Saturday, May 15, 2010


Nearly every day, my wife and I take a walk along the same route through the neighborhood surrounding our home.  This has allowed us to become familiar with many of our neighbors, both human and non-human.  Our walks are frequently paused for a moment, or diverted to the opposite side of the road in order to give a wild neighbor the space he or she needs to feel comfortable.  Shortly after beginning today’s walk we stopped and then crossed the road so as not to frighten off a male robin that was attempting to subdue a large earthworm.  The bird stopped for a moment when he saw us approach, but he continued with what he was doing as soon as we showed him that we weren’t interested in capturing him or usurping his prize.  It was no real inconvenience to us to alter our path, but it would have been more than an inconvenience both to the adult robin and the babies that were waiting for him to return with a meal if Julie and I had taken the less considerate route.

The unpleasant reality of walking along a road is that you are continually reminded of the impact of human transportation on both our domestic companions and our wild neighbors.  We have come across many cats, opossums, crows, squirrels and other animals that happened to cross the pavement at just the wrong moment.  We generally move the carcasses off the road so they don’t attract new victims into the path of cars, and the bodies slowly disappear due to the combined efforts of scavengers, insects, bacteria and time.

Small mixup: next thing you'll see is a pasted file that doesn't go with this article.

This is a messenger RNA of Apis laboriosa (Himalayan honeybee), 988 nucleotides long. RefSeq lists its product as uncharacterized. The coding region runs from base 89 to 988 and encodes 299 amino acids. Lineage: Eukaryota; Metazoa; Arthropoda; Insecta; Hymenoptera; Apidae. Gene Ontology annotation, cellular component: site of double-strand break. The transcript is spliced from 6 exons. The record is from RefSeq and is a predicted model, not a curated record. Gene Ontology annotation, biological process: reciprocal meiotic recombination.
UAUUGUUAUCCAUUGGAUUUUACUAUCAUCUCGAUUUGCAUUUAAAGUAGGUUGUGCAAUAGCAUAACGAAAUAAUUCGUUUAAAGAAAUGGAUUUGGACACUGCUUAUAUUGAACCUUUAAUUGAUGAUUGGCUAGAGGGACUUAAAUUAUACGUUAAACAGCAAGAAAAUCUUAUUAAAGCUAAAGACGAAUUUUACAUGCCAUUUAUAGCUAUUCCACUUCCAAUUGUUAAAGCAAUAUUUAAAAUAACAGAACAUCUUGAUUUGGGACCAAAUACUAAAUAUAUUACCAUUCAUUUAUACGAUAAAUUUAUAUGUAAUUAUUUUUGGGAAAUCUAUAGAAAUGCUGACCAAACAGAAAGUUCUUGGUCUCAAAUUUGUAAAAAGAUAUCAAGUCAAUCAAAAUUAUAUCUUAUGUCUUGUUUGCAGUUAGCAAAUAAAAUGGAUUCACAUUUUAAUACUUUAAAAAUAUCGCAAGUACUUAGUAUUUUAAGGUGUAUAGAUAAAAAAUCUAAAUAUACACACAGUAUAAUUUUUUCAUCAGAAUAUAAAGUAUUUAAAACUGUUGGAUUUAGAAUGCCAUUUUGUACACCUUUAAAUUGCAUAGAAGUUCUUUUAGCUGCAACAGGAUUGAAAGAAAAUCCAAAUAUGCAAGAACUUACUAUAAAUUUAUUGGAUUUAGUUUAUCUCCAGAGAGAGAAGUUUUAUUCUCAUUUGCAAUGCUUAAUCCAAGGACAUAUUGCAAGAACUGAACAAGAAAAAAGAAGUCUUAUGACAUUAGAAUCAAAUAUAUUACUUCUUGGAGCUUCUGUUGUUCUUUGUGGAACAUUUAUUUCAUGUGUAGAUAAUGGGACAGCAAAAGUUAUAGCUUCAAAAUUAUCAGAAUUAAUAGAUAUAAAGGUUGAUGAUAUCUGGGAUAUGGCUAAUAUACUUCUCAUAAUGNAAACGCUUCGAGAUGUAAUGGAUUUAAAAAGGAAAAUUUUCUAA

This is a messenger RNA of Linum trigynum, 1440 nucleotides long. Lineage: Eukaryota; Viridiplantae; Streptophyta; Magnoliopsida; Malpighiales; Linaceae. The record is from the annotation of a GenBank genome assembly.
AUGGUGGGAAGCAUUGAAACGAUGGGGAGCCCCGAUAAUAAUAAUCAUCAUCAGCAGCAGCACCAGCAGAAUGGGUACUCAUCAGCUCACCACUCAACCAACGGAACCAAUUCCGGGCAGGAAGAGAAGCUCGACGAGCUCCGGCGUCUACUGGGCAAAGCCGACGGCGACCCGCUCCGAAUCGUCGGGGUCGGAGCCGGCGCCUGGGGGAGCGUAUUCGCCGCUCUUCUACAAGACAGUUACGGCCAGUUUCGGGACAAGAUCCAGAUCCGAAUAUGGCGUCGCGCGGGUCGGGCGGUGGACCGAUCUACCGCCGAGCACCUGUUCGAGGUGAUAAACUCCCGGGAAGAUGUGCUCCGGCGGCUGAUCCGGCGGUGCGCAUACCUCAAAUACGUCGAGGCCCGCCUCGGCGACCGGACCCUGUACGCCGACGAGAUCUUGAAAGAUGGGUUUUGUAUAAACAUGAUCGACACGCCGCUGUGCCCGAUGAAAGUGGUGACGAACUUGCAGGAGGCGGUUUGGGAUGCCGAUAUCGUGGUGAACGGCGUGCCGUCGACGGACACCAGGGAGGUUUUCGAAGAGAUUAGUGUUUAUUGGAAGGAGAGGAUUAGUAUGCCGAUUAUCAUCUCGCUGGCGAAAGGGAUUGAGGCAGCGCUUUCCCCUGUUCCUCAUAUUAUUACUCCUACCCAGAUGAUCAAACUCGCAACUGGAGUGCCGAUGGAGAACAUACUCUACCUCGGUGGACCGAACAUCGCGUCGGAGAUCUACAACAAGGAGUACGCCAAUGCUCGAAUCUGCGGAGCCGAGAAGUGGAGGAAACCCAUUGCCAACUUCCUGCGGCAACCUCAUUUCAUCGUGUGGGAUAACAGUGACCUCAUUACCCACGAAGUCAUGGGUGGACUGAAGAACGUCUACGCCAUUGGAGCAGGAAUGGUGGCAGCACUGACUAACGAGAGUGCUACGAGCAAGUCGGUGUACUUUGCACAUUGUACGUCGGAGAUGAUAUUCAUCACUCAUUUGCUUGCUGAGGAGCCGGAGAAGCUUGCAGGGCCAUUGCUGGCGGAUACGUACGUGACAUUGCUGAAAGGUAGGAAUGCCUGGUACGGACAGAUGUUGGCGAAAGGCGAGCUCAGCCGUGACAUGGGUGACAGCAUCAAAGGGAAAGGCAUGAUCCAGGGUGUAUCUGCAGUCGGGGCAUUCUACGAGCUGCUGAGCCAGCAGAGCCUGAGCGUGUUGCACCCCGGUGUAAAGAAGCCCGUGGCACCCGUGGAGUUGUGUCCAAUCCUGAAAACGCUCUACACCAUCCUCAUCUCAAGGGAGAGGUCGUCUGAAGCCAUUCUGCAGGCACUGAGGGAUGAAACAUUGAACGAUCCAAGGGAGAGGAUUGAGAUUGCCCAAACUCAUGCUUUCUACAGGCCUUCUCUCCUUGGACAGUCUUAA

For the past week, we have been seeing the steady progression of decay in the bodies of three very young opossums that are lying on the grass near the road about a half-mile into our walking route.  Judging by their size, the unfortunate youngsters were likely still riding around on mom’s back just before their demise.  I have imagined many different scenarios for their final moments, and all of them leave me feeling more than a little sad for what they must have experienced. 

As Julie and I were returning from our walk today, I was momentarily lost in my thoughts.  Suddenly, Julie stopped in her tracks and motioned to me to do the same.  I looked up to see that we had nearly arrived at the spot in which the remains of the three opossums lay.  Standing on one of the opossums was a Black-capped Chickadee.  As we watched, the chickadee began plucking fur from the dried skin of the opossum.  After a minute or so of determined effort, the chickadee’s beak was completely obscured by the puff of soft, white hairs she had collected.  She would use this fur to line her nest, and it would once again act as insulation for young, growing bodies.  Although sadness remained for the opossum’s premature loss of life, the thought of hatchling chickadees sitting in a comfortable, warm nest brought a smile to my face.